It’s a bird, it’s a plane…no, it’s a satellite dish man!

I was out of town for a few days in a city called Surat, about 150 kilometers from my place. The main reason of my trip was to arrange my new house there. It turned out to be a good visit, but most of the time I was busy running around the house, buying groceries, cleaning and dusting. Of the three days, two days were spent cleaning and maintaining the house!


We had to buy a new set top box for the television. After an impulsive Airtel dish purchase, we waited for the person to bring all the equipment for setting it up. Two people arrived with the satellite dish, and a bag full of tools, wires and a heavy driller. The first part was to position the television so that the wires could be brought into the room from the terrace. After the initial set up, I went to the terrace with the two workers.

The top of the 12 storey building was windy! The sun was directly above us but it was not scorching hot. I felt like I was a part of a heist where three people go to the terrace, drill a hole, rig things up, and rappel down and steal things. GTAV! There was no one on the terrace, and the people went on with their work. The second part was to fix the dish on the wall and send the wires down to my room – on the 4th floor. Way down. They started their work by drilling four holes on the wall for the dish with their loud driller. All the time, I kept having a watch over the gates for somebody to peep in. It felt exciting to see them at their work.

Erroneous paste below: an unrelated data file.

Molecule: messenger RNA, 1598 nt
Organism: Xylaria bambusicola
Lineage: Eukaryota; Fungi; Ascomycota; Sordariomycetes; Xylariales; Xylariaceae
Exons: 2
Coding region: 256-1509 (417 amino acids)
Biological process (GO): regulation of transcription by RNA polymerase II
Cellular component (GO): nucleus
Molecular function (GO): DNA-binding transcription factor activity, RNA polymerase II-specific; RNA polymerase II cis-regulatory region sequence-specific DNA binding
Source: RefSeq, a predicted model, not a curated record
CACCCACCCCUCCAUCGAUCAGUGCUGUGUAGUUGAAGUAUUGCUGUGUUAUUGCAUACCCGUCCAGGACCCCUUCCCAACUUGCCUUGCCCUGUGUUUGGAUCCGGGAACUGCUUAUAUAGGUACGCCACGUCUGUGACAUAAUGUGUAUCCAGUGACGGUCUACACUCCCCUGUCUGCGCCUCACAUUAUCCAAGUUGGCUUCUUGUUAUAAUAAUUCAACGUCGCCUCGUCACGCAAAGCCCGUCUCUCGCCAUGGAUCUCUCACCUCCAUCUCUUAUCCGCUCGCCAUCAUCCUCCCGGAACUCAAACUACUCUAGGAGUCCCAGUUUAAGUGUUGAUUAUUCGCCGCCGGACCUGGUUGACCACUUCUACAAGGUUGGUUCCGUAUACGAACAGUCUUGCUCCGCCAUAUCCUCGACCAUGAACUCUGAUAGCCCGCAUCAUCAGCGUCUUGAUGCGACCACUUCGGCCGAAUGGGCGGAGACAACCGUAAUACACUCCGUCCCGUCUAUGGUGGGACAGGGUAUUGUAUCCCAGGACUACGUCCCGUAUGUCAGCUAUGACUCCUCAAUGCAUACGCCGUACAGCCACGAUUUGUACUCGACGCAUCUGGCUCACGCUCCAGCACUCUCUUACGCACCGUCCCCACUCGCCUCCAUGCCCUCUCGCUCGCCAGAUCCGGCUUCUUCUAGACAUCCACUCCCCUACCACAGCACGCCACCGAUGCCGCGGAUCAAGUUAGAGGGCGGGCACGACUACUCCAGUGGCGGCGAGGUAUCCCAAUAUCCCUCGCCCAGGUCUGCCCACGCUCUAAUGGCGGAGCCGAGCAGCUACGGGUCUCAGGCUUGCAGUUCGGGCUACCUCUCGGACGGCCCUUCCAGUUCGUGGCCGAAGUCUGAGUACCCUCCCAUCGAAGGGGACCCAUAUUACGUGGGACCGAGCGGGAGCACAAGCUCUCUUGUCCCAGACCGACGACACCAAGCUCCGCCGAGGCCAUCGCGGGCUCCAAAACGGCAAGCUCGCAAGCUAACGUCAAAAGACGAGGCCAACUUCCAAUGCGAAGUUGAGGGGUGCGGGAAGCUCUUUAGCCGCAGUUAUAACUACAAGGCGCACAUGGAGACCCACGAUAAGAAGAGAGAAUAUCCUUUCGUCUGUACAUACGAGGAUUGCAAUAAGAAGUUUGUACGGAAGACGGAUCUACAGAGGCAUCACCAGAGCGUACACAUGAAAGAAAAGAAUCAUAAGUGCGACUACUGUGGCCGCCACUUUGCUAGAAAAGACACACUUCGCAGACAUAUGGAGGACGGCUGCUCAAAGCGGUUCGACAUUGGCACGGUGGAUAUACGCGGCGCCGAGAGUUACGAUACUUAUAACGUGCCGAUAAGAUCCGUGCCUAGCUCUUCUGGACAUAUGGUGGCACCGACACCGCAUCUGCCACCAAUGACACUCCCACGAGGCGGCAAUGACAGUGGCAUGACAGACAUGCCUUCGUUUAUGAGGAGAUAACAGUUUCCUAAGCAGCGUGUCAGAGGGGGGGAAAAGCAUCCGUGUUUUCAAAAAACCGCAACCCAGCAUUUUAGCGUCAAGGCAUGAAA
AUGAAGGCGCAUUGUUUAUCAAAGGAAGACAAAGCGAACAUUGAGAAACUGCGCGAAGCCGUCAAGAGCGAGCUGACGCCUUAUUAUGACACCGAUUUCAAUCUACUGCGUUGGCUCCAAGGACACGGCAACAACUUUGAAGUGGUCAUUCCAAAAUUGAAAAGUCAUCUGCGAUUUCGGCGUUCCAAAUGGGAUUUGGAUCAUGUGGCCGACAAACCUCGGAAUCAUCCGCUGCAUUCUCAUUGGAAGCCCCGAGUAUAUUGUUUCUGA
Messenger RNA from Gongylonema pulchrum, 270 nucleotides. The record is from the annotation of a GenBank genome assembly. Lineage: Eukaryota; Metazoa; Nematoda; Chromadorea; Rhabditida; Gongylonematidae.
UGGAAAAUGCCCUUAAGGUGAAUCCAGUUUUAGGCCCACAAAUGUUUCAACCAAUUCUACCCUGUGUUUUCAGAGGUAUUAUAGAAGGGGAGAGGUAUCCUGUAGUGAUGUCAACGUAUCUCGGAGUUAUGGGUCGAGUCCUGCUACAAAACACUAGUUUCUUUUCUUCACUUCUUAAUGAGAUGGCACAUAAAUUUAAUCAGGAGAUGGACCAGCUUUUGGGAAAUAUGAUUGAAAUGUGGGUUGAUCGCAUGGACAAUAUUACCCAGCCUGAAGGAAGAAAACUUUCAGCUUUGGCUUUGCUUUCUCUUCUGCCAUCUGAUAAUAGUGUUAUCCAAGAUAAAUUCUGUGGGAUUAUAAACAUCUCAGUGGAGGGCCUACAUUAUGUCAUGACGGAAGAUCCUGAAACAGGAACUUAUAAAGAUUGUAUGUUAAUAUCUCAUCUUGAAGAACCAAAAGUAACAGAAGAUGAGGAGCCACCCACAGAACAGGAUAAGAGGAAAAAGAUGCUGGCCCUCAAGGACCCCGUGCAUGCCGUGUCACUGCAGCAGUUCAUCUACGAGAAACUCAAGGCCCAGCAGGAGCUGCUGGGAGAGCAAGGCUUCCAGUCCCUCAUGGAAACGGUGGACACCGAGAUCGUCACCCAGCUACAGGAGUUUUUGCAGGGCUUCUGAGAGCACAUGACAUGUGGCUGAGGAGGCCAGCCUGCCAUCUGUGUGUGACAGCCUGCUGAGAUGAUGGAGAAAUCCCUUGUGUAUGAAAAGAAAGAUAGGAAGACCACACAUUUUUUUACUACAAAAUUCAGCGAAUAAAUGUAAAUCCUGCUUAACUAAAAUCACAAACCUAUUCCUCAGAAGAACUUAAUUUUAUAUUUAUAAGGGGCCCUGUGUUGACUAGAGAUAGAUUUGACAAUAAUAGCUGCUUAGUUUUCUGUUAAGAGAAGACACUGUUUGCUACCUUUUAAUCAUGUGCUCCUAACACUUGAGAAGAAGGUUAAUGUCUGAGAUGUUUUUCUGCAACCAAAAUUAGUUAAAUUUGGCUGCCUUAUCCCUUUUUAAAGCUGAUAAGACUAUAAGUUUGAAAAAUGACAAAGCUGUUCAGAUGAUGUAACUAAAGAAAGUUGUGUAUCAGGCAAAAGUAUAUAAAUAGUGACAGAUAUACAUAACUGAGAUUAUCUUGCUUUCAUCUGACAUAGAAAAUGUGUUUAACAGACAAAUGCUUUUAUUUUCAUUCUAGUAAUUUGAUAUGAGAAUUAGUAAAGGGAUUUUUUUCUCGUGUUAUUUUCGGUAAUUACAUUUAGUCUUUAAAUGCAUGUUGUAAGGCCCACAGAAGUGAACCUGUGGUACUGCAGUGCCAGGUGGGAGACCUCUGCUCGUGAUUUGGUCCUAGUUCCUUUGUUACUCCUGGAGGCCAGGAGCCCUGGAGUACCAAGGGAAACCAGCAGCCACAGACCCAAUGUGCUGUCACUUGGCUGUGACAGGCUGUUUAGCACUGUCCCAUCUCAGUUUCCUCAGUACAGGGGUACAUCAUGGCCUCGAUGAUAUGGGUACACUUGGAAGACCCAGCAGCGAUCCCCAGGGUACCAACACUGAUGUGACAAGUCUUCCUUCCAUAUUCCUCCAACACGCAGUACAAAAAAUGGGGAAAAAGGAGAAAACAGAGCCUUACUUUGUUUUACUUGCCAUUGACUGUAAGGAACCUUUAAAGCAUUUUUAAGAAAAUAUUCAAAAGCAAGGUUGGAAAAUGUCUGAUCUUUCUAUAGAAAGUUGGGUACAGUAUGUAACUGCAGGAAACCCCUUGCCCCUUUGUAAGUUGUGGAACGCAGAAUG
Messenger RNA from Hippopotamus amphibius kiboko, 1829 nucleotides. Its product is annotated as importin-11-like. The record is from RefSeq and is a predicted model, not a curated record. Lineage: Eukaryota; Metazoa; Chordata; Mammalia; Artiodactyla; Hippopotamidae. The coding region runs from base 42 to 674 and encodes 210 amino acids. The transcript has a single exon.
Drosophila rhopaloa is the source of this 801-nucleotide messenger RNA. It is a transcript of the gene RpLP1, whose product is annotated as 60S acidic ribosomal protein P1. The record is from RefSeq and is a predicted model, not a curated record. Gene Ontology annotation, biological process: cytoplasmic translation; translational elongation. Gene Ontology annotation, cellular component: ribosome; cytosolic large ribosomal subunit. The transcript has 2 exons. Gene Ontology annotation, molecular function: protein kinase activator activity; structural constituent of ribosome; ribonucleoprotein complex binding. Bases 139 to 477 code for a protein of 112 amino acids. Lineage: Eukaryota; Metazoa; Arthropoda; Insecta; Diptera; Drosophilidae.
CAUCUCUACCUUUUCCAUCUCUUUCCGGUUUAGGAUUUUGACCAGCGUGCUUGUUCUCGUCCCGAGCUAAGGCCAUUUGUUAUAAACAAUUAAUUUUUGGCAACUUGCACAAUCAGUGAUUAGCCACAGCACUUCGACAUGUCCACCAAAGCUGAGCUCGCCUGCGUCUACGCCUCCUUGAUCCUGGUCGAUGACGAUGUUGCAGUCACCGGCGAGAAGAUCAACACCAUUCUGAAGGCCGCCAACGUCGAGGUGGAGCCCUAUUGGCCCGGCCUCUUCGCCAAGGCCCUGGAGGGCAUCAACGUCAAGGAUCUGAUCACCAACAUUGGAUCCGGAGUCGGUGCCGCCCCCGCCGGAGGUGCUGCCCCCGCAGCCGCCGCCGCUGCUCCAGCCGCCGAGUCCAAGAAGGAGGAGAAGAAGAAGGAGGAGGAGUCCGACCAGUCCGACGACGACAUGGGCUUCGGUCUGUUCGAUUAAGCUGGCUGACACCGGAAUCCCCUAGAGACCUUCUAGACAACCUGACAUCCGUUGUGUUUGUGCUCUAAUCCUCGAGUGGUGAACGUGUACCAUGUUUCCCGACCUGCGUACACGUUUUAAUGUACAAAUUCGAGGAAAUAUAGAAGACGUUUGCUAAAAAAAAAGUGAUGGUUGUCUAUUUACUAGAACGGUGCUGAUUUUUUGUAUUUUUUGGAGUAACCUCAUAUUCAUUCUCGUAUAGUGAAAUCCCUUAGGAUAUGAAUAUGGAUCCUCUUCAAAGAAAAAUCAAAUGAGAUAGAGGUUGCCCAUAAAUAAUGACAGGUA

Imagine this guy without any helmet, without any goggles, without the ladder on the railing of the terrace of a 12 storey building.

One man even stood on the low terrace walls to drill the holes. The other guy told him to be careful and not look down, and he jumped above like it was hardly a thing to worry about. Squatting on the wall with no support, he continued drilling. It was a daring act. The terrace was itself very windy, and he had a 12 story drop just inches beside him. I was standing tightly behind him, slightly nervous and imagining the worst. I didn’t ask him anything, didn’t tell him to be more careful, I just stood there watching him do his regular day’s job.

Some dish’s could be fixed on the balconies or on the side of the walls, but some of them are on the edge of the terrace where a person has to fix it up by standing at the edge without any support. I wonder how they manage to put it up on tall skyscrapers hovering over more than 30 storeys. It felt like those days when a person painted the hoardings in the streets with just a scaffolding to support him.

After twenty minutes there, we went to the house again and they started connecting the dish to the television – more drillings! The loud thing must have echoed all the way around the entire residence. After another twenty minutes, they were all done and went with their dough. And the television started – magic!

It’s interesting how all things work via satellite. Mobiles, internet, television, telephones. It may seem like nothing at all, but the people behind it have to undergo a dangerous work procedure to make these things work.

– Viveck


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